How Studying The Wrong Thing Helped Me Figure Out What The Right Thing Was

How Studying The Wrong Thing Helped Me Figure Out What The Right Thing Was

Thinking about the future can be incredibly daunting - if you’re like me and tend to avoid thinking about it at all costs you can often end up in some pretty sticky situations.

For me, one of these ‘sticky situations’ happened to be choosing a university degree that was ACTUALLY going to get me up in the morning.

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During year 12 I was so focused on keeping my sh*t together that I never gave any proper consideration to picking a university degree that was going to excite and inspire me. Instead I listened to everyone else around me and ended up in a degree that frustrated and challenged me, and not in a good way.

I chose to study Environmental Science. A great degree for some people. But I should disclose that I dropped both science and geography as soon as I could in high school. So why I then chose a degree focusing on these two subjects is beyond me.

Except this being ‘beyond me’ is a little bit of a lie. As I mentioned earlier, I didn’t put anywhere near enough time and consideration into choosing what I should do after school. I figured I should do some kind of uni degree and I listened to my dear old Dad who suffered from a ‘Melbourne Uni or bust’ mentality (I should also add that this has now completely changed and he is very supportive of me doing things that aren’t necessarily studying at Melbourne Uni). In fairness to my Dad, he could sense I wasn’t giving enough thought to my future so he chose what worked best for him thinking that this would translate to me.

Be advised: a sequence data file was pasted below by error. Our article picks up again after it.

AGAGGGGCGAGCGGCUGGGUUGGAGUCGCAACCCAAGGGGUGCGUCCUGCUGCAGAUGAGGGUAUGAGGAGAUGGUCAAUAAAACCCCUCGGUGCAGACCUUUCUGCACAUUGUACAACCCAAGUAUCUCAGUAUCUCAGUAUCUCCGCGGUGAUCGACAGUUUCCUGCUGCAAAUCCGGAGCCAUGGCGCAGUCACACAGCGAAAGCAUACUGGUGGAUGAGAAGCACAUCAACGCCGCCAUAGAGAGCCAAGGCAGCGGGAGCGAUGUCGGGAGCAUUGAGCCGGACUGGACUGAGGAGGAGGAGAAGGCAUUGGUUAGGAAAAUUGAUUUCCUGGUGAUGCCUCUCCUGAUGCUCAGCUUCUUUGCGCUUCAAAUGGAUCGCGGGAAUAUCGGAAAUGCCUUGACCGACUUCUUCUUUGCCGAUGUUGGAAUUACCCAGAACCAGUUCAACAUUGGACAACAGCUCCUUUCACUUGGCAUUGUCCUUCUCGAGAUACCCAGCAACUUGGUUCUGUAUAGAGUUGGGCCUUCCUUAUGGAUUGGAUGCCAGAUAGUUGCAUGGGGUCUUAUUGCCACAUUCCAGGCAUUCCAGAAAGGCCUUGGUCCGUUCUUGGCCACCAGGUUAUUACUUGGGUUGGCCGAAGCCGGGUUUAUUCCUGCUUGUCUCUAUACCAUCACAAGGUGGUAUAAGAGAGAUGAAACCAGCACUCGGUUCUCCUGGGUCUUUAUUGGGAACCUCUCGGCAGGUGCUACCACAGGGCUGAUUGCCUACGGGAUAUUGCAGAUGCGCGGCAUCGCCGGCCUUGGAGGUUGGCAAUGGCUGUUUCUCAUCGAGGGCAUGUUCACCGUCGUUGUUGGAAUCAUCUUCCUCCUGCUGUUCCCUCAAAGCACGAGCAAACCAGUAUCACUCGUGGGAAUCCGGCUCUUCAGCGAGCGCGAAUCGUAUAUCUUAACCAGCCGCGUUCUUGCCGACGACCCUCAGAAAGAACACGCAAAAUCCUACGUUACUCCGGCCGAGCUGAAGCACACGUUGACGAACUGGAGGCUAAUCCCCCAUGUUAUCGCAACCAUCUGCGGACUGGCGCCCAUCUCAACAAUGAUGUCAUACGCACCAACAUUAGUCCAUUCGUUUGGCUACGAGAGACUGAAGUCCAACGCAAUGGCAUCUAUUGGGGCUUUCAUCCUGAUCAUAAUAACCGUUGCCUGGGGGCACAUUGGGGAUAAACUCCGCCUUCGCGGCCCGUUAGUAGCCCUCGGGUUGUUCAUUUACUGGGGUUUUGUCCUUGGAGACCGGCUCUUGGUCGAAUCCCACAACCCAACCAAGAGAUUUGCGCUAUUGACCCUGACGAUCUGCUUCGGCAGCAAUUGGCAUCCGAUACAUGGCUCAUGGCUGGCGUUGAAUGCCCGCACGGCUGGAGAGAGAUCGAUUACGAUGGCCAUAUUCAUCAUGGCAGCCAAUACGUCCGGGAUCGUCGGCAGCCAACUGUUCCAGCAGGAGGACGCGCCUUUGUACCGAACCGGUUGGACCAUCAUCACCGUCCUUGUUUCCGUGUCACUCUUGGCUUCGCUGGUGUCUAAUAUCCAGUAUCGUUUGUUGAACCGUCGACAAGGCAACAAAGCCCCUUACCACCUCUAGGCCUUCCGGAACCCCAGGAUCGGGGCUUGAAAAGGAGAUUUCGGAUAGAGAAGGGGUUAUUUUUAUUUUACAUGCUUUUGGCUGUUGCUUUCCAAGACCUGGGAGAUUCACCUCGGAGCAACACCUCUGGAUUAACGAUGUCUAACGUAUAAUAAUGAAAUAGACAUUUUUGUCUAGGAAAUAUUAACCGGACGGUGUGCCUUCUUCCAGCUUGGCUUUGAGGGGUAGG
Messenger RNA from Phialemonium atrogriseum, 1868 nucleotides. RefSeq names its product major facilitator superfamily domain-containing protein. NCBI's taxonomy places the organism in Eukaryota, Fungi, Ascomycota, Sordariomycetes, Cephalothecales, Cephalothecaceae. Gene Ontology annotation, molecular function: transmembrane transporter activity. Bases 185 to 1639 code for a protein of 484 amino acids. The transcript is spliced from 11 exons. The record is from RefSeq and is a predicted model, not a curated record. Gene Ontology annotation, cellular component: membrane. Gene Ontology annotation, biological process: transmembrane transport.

Spoiler alert! It didn’t.

I ended up JUST scraping into an Environmental Science degree at Melbourne Uni.

During my orientation week I received my timetable. I didn’t even know I could create my own timetable, so I got the one they made for me. As soon as I received it I was hit with an 8.30am lecture on a Monday morning for the entirety of my first semester. Things were off to a great start.

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I can confidently say I made it to about 3 out of the 12 8.30am lectures. As you’re probably gathering, I did the bare minimum to pass this degree and even then things were a bit touch and go. Clearly I was not happy or engaged. Looking back on this time and being completely honest with myself I realise I gave up before I even started. But I now know that this was because I was studying something I had no interest in.

I didn’t see a future for myself in Environmental Science. In my first week when I was meeting with the other Enviro students we had to sit in a circle and explain why we had each chosen this degree. I nervously answered, ‘I want to do garden design and plant waterfalls’.This was met with a lot of weird stares and a couple of awkward laughs and my friend yelling out, ‘you can’t plant waterfalls but thanks for trying’. This should have made it glaringly obvious that I wasn’t going to get what I wanted out of this…

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Towards the end of the year I had a bit of a confidence crisis (a meltdown, in other words) and I decided I needed to take the year off, move home to Sydney and work for a year. I decided to split my year into two different work experiences. The first being to work in childcare and the second to work in the fashion and digital world.